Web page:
Why would a casino do such a thing? We can only make assumptions, but it’s pretty clear that this was deliberate. Anyone coding a page would use this CSS script to hide a link – making it appear like the rest of text on the page – thus hidden.
Thus – welcome to the rogues.
Dodgy on all counts
Predatory bonus terms and conditions
May refuse to pay you out
BONUSES AND PROMOTIONS
Prime Slots Casino has a poor reputation when it comes to bonuses and promotions – whether it’s their deposit bonus, their welcome bonus, or other Prime Slots Casino bonus offers. As you can see if you browse through the forums, many of our members have run into problems with the bonuses and promotions they offer – so again, it’s yet ANOTHER reason why we strongly recommend steering well-clear.
BANKING AND PAYMENT METHODS
Prime Slots Casino allows players to make deposits and withdrawals using debit and credit cards, Paysafecard, Trustly, Skrill, Neteller and EcoPayz. The minimum deposit is $10, and deposits are free of charge to make.
Withdrawals at Prime Slots Casino are slow; it can take 48 hours or more, and be warned; if they find ANY signs you may have accidentally breached the terms and conditions of the deposit bonus they will simply refuse to pay you out. This also applies to free spins winnings.
While Prime Slots Casino may claim to care about responsible gambling – they’ll likely do everything they can do to keep you depositing as much as possible. Unlike reputable online casinos, Prime Slots Casino requires you to manually contact the customer support team to set up any of the responsible gambling tools.
When our team was writing this Prime Slots Casino review, they made sure to check out the customer support facilities – as they wanted to see exactly what the casino had to offer. You see, here at Casinomeister we feel that it is incredibly important to only play at casinos that have a customer support team working 24 hours a day, seven days a week – and we also feel that it’s really important that you are able to easily and quickly contact the casino’s customer support team, as you never know when you may run into problems.
Prime Slot Casino’s customer support team works 24 hours a day, seven days a week, and they offer a few different ways of getting in touch with them, the easiest of which is through their live chat facility. Live chat allows you to speak to a trained member of the customer support team in real-time and it ensures that you don’t have to wait around for days to receive a response via email, which used to be the case.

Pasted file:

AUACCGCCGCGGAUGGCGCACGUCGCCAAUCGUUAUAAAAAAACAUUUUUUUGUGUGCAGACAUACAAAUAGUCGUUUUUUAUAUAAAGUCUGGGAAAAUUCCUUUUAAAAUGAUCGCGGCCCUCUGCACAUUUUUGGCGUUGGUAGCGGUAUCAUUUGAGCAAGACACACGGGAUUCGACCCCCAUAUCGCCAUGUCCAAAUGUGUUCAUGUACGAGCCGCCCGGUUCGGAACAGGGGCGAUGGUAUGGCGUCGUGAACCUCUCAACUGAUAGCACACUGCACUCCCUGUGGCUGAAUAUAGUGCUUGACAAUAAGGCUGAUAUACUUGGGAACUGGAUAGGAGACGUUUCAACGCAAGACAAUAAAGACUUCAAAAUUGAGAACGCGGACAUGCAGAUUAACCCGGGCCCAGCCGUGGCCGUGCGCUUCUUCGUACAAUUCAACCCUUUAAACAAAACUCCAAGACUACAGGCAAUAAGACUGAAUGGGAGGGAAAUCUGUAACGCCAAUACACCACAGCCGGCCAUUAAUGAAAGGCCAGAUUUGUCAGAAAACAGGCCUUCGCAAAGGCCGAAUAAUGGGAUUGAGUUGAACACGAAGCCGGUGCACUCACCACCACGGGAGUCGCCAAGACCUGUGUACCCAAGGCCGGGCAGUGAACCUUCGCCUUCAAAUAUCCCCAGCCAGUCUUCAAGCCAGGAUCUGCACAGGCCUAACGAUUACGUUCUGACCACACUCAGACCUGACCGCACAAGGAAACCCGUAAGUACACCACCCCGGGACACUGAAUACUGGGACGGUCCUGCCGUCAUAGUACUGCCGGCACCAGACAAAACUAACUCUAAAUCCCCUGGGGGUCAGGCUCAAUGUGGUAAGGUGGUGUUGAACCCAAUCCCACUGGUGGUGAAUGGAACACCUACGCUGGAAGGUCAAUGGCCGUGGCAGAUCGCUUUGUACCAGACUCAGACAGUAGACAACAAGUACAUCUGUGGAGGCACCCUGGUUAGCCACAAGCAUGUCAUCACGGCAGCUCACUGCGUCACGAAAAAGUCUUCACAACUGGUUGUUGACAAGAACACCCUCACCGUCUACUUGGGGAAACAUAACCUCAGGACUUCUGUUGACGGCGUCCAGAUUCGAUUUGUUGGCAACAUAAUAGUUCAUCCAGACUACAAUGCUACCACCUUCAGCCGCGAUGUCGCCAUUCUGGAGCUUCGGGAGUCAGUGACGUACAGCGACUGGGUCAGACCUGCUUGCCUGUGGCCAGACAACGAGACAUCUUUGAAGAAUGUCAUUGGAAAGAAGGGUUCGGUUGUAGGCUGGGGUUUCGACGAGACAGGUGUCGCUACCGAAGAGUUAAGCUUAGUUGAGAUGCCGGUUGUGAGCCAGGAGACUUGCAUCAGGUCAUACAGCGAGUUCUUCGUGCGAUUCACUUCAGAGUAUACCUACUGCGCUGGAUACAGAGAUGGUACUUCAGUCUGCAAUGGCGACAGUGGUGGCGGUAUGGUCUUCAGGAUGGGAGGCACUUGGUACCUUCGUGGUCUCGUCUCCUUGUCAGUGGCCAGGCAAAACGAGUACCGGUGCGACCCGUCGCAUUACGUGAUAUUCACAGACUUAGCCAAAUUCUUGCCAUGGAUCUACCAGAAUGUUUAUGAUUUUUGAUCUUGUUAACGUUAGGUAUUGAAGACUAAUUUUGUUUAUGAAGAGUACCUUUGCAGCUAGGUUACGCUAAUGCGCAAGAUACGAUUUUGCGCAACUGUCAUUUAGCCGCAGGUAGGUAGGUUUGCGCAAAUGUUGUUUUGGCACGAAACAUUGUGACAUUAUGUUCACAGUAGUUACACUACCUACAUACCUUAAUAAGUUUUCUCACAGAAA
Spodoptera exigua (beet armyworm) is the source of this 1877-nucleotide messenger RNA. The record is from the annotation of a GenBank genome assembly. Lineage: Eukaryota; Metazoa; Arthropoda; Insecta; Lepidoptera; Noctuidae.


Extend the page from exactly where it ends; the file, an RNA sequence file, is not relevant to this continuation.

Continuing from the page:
However, while the customer support team may appear to be friendly on the outside – if you ever run into real problems they’re almost certainly going to be completely unresponsive – so proceed with caution.
Prime Slots Casino claims to carry out know your customer (kyc) checks to ensure they’re fulfilling their online gambling license terms and conditions – but in reality, they’re only going to end up asking you to complete a know your customer (kyc) check when it comes to you making a withdrawal – it’s an excellent way to stall having to pay you out.
Website Experience and Features
Desktop and Mobile Gaming
Like all SkillOnNet casinos, Prime Slots Casino features a bland, cookie-cutter design. The site looks pretty cheap – and it’s clear that there hasn’t been a huge amount of effort put into it, or the Prime Slots app.
You can play most of the online casino games and slot games on the mobile casino, and there’s some special mobile-only casino bonuses – but we’d strongly recommend you against claiming the deposit bonus at Prime Slots Casino if you do choose to play there.
As we consider Prime Slots Casino such a rogue casino, we’re not even going to be discussing the various slot games and casino games on offer.
About the Team and History
Prime Slots Casino is one of the SkillOnNet online casinos, and it was established in 2011. While they used to be somewhat of an OK operation, today, they’re in the rogue section here at Casinomeister – and we strongly recommend you stay away. There’s much better online casinos out there – and you should check out the “Accredited” section here at Casinomeister if you’re interested in finding the best online casinos to play at today.
Complaints and Track Record
As you can probably imagine, Prime Slots has a pretty poor reputation in the Casinomeister forums – and here’s what a couple of our members have to say:
“Certainly, it’s deceptive and arguably predatory, but then again, a known shady operation and already on the Not Recommended list.
There’s nothing to lose by filing a PAB, it’s just a question of whether or not it’s worth the time and hassle for what is ultimately a fairly small amount of cash, and the terms were there, albeit semi-hidden.
If you’re happy to take the time out of your day for it then fill in the PAB form and see what comes of it. I’d be inclined to just take the hit and move on TBH, but then again, I’m basically quitting now anyway so my inclination may be different to yours!”
“This is why you should be very careful if playing ANY Playtech site. There are a few good ones but the majority, including Slime Slots, IMO aren’t to be trusted. At least you didn’t win a few quid and then suddenly find out ‘notarized’ ID was necessary, and sent to the Philippines to boot…..”
|Accredited at Casinomeister||Hell no|
|Jurisdictions||UKGC, Malta Gaming Authority|
|Is this casino certified at Casinomeister||No|
|Payout time||48 hrs|
|Reverse time||48 hrs|